Sonny: I don’t.
Jon: He’s a senator or governor from Nevada. They worked, voted, and did a lot of stuff together. Harry Reid is good friends with Fertitta’s father, [unintelligible 00:49:13] Fertitta’s father, senior.
Sonny: There’s that connection.
Jon: There’s a, “Hey buddy”, connection between all of them.
Sonny: Now there’s another source of something big with them and the Culinary Workers Union or-?
Jon: That’s just the Culinary Union. They’ve been trying to unionize their hotel for a really long time. Most of Vegas is unionized. If you sponsor it or not, the Fertitta’s hotel is not. They tried a lot of tactics to try to do it, including manipulating the Mixed Martial Arts Fighters Association and some other UFC fighters. Trying to get them to sign up and unionized under the UFC, because they’re trying to damage them to gain leverage with what they’re doing. We stopped working with them because we don’t like how they’re operating.
Sonny: The idea of a union and a fighters union, I know you’ve got the antitrust lawsuit, I believe, going on.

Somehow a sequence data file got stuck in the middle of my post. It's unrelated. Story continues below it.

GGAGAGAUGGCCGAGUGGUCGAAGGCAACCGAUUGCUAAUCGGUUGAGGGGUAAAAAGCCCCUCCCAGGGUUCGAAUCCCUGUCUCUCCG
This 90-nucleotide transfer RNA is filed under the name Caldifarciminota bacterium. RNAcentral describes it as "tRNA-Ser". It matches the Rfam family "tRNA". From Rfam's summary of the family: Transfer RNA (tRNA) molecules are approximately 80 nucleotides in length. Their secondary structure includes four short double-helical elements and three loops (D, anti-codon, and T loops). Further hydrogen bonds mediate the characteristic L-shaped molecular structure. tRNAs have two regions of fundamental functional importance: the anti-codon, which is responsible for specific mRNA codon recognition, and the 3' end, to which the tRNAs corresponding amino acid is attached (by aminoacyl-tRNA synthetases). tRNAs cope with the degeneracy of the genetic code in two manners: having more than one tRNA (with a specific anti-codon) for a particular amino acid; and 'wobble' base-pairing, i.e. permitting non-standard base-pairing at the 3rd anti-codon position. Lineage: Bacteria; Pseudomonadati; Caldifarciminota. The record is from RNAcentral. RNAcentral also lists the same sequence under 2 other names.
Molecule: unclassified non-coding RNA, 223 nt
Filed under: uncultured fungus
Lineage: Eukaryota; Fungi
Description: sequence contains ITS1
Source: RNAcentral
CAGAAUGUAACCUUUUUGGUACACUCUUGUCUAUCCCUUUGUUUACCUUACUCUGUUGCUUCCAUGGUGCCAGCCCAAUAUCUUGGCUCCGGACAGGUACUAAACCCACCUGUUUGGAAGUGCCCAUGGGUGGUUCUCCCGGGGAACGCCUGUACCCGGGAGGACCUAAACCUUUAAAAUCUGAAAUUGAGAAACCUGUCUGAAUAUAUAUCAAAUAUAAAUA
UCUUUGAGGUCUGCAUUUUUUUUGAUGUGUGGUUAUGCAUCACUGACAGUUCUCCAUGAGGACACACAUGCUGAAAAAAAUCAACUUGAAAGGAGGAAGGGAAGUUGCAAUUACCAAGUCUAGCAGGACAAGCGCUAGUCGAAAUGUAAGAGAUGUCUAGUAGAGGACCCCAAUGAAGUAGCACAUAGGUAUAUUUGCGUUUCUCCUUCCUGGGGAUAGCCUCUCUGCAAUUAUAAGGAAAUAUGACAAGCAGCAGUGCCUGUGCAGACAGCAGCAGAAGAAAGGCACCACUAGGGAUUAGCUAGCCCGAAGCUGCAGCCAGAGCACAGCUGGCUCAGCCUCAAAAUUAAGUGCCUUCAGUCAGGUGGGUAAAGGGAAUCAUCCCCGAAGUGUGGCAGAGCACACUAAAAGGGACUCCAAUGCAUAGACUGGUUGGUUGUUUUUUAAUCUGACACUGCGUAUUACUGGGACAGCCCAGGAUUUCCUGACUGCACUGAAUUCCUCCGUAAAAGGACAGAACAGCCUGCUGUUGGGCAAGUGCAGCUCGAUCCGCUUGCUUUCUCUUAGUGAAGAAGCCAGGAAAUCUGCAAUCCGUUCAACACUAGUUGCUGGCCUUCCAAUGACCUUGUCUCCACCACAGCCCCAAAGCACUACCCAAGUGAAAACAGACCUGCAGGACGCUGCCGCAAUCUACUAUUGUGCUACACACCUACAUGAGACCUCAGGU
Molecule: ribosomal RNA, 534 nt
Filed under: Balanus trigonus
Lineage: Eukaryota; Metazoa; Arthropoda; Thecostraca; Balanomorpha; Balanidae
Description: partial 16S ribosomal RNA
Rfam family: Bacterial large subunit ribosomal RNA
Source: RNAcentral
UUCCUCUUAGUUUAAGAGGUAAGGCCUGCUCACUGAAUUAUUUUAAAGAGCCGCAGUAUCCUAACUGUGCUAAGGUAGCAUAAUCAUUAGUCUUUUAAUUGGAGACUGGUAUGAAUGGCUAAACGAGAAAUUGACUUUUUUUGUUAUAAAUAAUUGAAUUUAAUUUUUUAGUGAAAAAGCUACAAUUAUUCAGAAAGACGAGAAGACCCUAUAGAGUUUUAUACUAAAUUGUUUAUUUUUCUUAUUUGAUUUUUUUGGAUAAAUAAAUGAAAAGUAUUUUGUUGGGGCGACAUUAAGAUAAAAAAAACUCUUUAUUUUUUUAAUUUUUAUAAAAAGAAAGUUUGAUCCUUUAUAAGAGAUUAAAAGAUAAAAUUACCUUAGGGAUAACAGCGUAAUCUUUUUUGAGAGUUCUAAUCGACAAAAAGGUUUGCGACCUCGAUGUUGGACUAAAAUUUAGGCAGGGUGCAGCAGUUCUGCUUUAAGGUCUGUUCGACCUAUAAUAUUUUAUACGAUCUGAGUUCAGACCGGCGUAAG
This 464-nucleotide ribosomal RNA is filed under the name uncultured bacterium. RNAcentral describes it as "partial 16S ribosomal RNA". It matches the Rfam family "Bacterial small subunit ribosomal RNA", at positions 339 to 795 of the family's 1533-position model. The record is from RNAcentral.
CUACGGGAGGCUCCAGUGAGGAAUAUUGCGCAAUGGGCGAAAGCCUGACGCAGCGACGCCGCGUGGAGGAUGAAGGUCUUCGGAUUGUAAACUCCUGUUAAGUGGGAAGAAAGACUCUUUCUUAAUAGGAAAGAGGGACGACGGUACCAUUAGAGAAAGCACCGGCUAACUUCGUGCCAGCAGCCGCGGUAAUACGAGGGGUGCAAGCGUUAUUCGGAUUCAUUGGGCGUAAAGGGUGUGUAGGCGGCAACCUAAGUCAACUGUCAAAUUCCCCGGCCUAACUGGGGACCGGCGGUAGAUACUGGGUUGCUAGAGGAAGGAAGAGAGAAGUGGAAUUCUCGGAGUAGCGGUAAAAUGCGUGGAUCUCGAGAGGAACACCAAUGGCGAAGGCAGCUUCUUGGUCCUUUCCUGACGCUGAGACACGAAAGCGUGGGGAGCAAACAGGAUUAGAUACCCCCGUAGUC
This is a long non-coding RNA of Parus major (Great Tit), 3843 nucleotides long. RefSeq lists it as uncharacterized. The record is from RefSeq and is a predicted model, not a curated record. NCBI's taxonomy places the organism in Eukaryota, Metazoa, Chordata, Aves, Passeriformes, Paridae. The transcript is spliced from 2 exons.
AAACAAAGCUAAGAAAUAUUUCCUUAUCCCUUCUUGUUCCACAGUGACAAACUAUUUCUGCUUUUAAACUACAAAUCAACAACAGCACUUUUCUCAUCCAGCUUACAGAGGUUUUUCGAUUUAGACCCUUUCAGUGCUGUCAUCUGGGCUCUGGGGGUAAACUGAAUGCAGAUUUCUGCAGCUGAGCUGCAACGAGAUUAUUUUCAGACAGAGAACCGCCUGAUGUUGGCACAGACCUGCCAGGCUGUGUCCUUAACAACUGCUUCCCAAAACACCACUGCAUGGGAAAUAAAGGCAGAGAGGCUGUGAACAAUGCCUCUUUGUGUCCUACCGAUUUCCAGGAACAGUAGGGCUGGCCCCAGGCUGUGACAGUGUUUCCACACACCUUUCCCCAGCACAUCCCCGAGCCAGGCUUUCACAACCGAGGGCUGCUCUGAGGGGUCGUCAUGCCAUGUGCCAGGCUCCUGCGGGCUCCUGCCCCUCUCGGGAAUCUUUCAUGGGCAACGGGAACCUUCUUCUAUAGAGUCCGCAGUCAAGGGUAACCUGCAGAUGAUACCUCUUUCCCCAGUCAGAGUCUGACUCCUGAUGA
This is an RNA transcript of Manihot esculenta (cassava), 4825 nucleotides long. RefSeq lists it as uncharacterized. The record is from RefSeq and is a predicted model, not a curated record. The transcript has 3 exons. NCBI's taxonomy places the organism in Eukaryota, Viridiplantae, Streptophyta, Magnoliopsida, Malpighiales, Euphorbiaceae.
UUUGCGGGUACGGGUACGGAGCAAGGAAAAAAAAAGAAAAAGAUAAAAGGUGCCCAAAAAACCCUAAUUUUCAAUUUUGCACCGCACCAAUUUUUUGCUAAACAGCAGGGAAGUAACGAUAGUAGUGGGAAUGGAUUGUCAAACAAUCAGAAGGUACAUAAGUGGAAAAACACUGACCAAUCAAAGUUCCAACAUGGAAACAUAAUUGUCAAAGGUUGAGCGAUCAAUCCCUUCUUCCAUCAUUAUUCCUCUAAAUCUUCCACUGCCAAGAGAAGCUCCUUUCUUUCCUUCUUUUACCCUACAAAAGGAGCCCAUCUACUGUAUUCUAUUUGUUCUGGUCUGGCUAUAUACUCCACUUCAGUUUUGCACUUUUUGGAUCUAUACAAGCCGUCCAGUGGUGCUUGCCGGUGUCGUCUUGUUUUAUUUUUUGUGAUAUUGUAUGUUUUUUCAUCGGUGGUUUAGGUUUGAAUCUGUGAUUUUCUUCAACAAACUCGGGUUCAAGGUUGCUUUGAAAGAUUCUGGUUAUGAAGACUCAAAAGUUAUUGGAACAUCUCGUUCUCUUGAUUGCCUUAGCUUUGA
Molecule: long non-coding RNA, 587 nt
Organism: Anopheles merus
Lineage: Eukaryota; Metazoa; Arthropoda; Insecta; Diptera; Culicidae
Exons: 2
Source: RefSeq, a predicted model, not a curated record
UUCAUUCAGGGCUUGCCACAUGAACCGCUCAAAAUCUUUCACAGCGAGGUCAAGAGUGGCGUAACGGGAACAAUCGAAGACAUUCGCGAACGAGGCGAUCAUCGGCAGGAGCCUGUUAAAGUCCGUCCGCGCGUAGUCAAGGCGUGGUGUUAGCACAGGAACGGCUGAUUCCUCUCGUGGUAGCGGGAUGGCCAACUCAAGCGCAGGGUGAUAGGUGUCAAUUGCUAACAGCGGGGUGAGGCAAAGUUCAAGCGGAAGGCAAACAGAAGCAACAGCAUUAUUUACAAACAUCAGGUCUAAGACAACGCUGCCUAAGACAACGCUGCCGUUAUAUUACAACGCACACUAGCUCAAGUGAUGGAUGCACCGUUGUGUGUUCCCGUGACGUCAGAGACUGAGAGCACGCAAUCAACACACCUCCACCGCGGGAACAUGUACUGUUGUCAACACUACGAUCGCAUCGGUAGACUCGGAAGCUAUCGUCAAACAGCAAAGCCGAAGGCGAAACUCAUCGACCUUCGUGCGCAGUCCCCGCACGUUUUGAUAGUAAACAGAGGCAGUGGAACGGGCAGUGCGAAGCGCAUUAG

Jon: We are awaiting a decision from the judge. We had a pretty evidentiary hearing back in August. The judge listen to UFC’s experts who listen to our experts. He has a year from that time to write a decision on it. I think there’s two things relating to the decision. One of them is class certification, that’s the important one. A class certification, we’re going to trial.
Sonny: Are you then hoping to develop a fighters union or for a fighters union to come out of this?
Jon: We have Mixed Martial Arts Association that has been around for over 10 years. We’re here, fighters just need to sign on the dotted line and we can move forward. But people are scaredy cats, I guess. They’re okay, these fighters are okay. With the UFC, their estimated made like $45 million on pay per view on Saturday. 45 million and they paid the fighters 3.5 million.